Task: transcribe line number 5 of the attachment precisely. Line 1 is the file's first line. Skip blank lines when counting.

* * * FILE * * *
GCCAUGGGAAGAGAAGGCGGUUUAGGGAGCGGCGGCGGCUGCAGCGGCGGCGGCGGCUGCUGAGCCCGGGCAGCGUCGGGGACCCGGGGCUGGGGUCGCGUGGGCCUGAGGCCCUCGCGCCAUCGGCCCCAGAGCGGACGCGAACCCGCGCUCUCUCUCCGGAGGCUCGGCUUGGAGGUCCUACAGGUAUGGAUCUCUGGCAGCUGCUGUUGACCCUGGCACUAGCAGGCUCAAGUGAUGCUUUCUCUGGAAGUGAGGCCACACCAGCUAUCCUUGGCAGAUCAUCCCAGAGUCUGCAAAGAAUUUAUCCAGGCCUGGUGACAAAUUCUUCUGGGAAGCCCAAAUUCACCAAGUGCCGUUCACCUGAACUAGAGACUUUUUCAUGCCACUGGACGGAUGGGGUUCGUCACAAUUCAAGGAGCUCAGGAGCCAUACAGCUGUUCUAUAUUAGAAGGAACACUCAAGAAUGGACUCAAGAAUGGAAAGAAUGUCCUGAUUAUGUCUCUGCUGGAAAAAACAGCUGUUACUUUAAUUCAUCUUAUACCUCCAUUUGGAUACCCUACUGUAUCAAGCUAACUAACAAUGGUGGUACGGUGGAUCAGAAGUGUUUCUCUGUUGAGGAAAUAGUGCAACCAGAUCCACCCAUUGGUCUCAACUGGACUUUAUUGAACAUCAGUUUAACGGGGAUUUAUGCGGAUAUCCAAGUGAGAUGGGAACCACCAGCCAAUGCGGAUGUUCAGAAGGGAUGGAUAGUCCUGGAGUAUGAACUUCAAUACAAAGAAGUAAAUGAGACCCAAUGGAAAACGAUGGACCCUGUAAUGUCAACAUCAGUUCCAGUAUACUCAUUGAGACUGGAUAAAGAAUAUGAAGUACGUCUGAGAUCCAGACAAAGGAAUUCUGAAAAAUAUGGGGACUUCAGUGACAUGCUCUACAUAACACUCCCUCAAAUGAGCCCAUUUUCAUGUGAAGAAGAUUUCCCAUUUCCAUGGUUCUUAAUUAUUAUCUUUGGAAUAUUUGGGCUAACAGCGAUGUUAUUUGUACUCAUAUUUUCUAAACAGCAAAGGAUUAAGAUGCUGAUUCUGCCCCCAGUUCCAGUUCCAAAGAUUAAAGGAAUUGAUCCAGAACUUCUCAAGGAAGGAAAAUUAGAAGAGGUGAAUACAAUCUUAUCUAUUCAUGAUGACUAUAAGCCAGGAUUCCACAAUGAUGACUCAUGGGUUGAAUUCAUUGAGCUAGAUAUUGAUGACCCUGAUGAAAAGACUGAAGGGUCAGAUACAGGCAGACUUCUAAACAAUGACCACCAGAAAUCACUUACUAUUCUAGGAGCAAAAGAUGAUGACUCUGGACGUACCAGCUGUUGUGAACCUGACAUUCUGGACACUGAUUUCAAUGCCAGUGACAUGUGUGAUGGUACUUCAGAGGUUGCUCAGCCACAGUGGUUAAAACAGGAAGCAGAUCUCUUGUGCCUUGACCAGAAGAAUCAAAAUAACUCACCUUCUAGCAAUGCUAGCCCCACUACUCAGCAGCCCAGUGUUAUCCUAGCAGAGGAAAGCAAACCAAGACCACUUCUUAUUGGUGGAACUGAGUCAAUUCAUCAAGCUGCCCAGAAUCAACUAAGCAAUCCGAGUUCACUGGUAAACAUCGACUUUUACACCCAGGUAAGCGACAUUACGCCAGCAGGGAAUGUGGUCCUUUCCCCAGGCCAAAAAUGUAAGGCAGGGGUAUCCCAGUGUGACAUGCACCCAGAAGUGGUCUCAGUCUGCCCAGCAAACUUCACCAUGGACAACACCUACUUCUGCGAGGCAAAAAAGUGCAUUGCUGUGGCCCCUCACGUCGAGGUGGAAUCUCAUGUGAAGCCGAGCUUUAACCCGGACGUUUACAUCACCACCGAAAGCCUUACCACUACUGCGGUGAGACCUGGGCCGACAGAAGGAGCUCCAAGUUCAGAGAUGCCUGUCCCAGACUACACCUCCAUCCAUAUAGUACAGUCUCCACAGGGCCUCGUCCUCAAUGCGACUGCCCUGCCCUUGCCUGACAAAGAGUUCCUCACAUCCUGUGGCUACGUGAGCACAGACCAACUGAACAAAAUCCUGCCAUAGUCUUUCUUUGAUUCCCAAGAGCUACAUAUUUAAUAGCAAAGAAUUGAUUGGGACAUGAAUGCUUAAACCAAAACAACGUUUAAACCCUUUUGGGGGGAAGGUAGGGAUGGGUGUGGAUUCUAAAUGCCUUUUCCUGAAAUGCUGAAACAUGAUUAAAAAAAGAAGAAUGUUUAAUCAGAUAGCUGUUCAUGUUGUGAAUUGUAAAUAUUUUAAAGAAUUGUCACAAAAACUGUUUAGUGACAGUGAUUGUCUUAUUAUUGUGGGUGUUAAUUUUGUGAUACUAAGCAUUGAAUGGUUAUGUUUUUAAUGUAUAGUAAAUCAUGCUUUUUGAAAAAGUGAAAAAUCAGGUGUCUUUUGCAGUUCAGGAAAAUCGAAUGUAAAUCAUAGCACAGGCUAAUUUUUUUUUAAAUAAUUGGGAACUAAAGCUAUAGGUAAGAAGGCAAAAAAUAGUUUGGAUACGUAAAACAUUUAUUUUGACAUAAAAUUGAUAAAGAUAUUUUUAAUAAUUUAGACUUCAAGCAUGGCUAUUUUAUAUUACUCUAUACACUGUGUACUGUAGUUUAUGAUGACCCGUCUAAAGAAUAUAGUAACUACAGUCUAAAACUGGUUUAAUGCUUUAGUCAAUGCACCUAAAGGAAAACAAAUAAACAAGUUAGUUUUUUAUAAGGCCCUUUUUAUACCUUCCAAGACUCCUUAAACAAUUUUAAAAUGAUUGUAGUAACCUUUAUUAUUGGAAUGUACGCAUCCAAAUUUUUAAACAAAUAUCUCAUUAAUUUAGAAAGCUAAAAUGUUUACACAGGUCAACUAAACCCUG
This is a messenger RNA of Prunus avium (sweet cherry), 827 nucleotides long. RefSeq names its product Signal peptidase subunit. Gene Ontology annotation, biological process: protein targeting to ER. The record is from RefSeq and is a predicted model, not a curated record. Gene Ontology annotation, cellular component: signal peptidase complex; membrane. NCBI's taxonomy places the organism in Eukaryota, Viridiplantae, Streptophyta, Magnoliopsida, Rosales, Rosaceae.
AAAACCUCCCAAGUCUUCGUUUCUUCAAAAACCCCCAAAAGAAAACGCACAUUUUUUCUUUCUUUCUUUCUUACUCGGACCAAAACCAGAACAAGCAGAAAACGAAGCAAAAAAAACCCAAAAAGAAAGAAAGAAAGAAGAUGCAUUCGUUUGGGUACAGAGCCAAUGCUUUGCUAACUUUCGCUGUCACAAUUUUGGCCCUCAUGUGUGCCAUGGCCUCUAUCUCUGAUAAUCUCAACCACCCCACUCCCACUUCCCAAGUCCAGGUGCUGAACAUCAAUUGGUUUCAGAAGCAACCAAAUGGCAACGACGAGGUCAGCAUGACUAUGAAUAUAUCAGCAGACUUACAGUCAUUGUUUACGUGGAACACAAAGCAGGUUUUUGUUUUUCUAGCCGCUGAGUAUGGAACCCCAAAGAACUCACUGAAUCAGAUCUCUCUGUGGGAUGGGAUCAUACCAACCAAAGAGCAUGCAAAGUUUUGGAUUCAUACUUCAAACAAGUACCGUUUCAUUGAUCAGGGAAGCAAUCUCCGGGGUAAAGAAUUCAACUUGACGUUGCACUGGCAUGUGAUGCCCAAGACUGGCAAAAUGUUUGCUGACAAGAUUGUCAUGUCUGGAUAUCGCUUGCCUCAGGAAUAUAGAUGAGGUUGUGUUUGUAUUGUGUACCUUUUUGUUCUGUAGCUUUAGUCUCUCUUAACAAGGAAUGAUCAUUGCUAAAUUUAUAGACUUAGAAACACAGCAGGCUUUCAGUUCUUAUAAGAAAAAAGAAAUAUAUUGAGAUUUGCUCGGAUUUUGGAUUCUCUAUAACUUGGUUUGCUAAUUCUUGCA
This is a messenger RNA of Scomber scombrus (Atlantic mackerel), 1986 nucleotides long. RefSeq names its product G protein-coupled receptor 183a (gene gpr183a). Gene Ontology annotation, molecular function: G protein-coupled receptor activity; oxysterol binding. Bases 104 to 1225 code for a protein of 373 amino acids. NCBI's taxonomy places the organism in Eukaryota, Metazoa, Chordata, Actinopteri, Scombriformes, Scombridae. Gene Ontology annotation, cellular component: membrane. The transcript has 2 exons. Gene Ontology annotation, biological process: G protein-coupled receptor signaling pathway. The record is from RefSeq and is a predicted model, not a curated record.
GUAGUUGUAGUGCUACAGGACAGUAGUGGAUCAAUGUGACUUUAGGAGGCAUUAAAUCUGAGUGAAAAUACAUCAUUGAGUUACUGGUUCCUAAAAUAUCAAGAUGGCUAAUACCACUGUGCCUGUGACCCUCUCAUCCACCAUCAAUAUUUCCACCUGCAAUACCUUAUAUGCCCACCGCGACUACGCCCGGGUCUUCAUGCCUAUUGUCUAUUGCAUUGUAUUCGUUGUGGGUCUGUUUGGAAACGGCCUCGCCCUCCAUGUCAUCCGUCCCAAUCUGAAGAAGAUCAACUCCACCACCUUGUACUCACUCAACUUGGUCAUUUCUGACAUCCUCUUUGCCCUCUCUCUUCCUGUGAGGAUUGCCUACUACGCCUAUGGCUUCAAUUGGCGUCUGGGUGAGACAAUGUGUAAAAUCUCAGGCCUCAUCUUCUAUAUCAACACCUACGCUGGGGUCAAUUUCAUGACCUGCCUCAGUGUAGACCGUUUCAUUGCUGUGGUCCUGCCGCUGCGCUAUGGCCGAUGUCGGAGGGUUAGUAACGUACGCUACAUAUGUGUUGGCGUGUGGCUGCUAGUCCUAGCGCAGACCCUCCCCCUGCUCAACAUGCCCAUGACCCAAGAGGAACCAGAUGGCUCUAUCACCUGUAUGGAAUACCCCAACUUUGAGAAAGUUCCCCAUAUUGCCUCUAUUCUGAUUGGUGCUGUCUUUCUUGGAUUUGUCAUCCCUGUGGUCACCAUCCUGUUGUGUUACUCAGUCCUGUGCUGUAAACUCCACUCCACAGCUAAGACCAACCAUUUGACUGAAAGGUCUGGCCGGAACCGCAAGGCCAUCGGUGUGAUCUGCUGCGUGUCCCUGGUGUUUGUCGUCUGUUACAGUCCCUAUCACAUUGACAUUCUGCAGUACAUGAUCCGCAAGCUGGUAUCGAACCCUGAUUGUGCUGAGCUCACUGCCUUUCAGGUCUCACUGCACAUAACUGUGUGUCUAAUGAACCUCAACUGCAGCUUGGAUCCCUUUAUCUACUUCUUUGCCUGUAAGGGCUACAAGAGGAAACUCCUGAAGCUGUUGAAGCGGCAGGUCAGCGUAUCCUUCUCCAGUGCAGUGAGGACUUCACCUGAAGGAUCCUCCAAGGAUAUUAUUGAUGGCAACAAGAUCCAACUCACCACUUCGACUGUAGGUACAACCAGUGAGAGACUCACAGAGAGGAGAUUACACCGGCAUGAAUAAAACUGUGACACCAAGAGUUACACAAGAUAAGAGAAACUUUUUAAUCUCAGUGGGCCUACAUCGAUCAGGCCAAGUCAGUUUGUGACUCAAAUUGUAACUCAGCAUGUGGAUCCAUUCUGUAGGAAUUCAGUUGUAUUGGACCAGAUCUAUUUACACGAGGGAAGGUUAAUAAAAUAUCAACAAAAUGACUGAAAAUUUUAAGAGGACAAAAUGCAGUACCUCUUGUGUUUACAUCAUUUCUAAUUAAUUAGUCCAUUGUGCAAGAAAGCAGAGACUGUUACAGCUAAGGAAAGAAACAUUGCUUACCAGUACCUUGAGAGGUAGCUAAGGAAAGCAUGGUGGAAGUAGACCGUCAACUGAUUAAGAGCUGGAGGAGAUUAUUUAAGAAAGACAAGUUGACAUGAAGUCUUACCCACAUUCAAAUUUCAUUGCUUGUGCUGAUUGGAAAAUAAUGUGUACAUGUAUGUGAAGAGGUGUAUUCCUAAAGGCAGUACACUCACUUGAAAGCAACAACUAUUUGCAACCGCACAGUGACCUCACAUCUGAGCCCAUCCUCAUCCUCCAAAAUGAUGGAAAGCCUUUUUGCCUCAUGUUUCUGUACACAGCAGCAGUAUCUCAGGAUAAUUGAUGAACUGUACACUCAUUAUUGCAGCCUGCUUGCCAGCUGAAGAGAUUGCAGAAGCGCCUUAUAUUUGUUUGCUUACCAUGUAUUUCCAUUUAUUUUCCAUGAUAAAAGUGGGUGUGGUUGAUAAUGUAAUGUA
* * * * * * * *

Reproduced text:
GUAGUUGUAGUGCUACAGGACAGUAGUGGAUCAAUGUGACUUUAGGAGGCAUUAAAUCUGAGUGAAAAUACAUCAUUGAGUUACUGGUUCCUAAAAUAUCAAGAUGGCUAAUACCACUGUGCCUGUGACCCUCUCAUCCACCAUCAAUAUUUCCACCUGCAAUACCUUAUAUGCCCACCGCGACUACGCCCGGGUCUUCAUGCCUAUUGUCUAUUGCAUUGUAUUCGUUGUGGGUCUGUUUGGAAACGGCCUCGCCCUCCAUGUCAUCCGUCCCAAUCUGAAGAAGAUCAACUCCACCACCUUGUACUCACUCAACUUGGUCAUUUCUGACAUCCUCUUUGCCCUCUCUCUUCCUGUGAGGAUUGCCUACUACGCCUAUGGCUUCAAUUGGCGUCUGGGUGAGACAAUGUGUAAAAUCUCAGGCCUCAUCUUCUAUAUCAACACCUACGCUGGGGUCAAUUUCAUGACCUGCCUCAGUGUAGACCGUUUCAUUGCUGUGGUCCUGCCGCUGCGCUAUGGCCGAUGUCGGAGGGUUAGUAACGUACGCUACAUAUGUGUUGGCGUGUGGCUGCUAGUCCUAGCGCAGACCCUCCCCCUGCUCAACAUGCCCAUGACCCAAGAGGAACCAGAUGGCUCUAUCACCUGUAUGGAAUACCCCAACUUUGAGAAAGUUCCCCAUAUUGCCUCUAUUCUGAUUGGUGCUGUCUUUCUUGGAUUUGUCAUCCCUGUGGUCACCAUCCUGUUGUGUUACUCAGUCCUGUGCUGUAAACUCCACUCCACAGCUAAGACCAACCAUUUGACUGAAAGGUCUGGCCGGAACCGCAAGGCCAUCGGUGUGAUCUGCUGCGUGUCCCUGGUGUUUGUCGUCUGUUACAGUCCCUAUCACAUUGACAUUCUGCAGUACAUGAUCCGCAAGCUGGUAUCGAACCCUGAUUGUGCUGAGCUCACUGCCUUUCAGGUCUCACUGCACAUAACUGUGUGUCUAAUGAACCUCAACUGCAGCUUGGAUCCCUUUAUCUACUUCUUUGCCUGUAAGGGCUACAAGAGGAAACUCCUGAAGCUGUUGAAGCGGCAGGUCAGCGUAUCCUUCUCCAGUGCAGUGAGGACUUCACCUGAAGGAUCCUCCAAGGAUAUUAUUGAUGGCAACAAGAUCCAACUCACCACUUCGACUGUAGGUACAACCAGUGAGAGACUCACAGAGAGGAGAUUACACCGGCAUGAAUAAAACUGUGACACCAAGAGUUACACAAGAUAAGAGAAACUUUUUAAUCUCAGUGGGCCUACAUCGAUCAGGCCAAGUCAGUUUGUGACUCAAAUUGUAACUCAGCAUGUGGAUCCAUUCUGUAGGAAUUCAGUUGUAUUGGACCAGAUCUAUUUACACGAGGGAAGGUUAAUAAAAUAUCAACAAAAUGACUGAAAAUUUUAAGAGGACAAAAUGCAGUACCUCUUGUGUUUACAUCAUUUCUAAUUAAUUAGUCCAUUGUGCAAGAAAGCAGAGACUGUUACAGCUAAGGAAAGAAACAUUGCUUACCAGUACCUUGAGAGGUAGCUAAGGAAAGCAUGGUGGAAGUAGACCGUCAACUGAUUAAGAGCUGGAGGAGAUUAUUUAAGAAAGACAAGUUGACAUGAAGUCUUACCCACAUUCAAAUUUCAUUGCUUGUGCUGAUUGGAAAAUAAUGUGUACAUGUAUGUGAAGAGGUGUAUUCCUAAAGGCAGUACACUCACUUGAAAGCAACAACUAUUUGCAACCGCACAGUGACCUCACAUCUGAGCCCAUCCUCAUCCUCCAAAAUGAUGGAAAGCCUUUUUGCCUCAUGUUUCUGUACACAGCAGCAGUAUCUCAGGAUAAUUGAUGAACUGUACACUCAUUAUUGCAGCCUGCUUGCCAGCUGAAGAGAUUGCAGAAGCGCCUUAUAUUUGUUUGCUUACCAUGUAUUUCCAUUUAUUUUCCAUGAUAAAAGUGGGUGUGGUUGAUAAUGUAAUGUA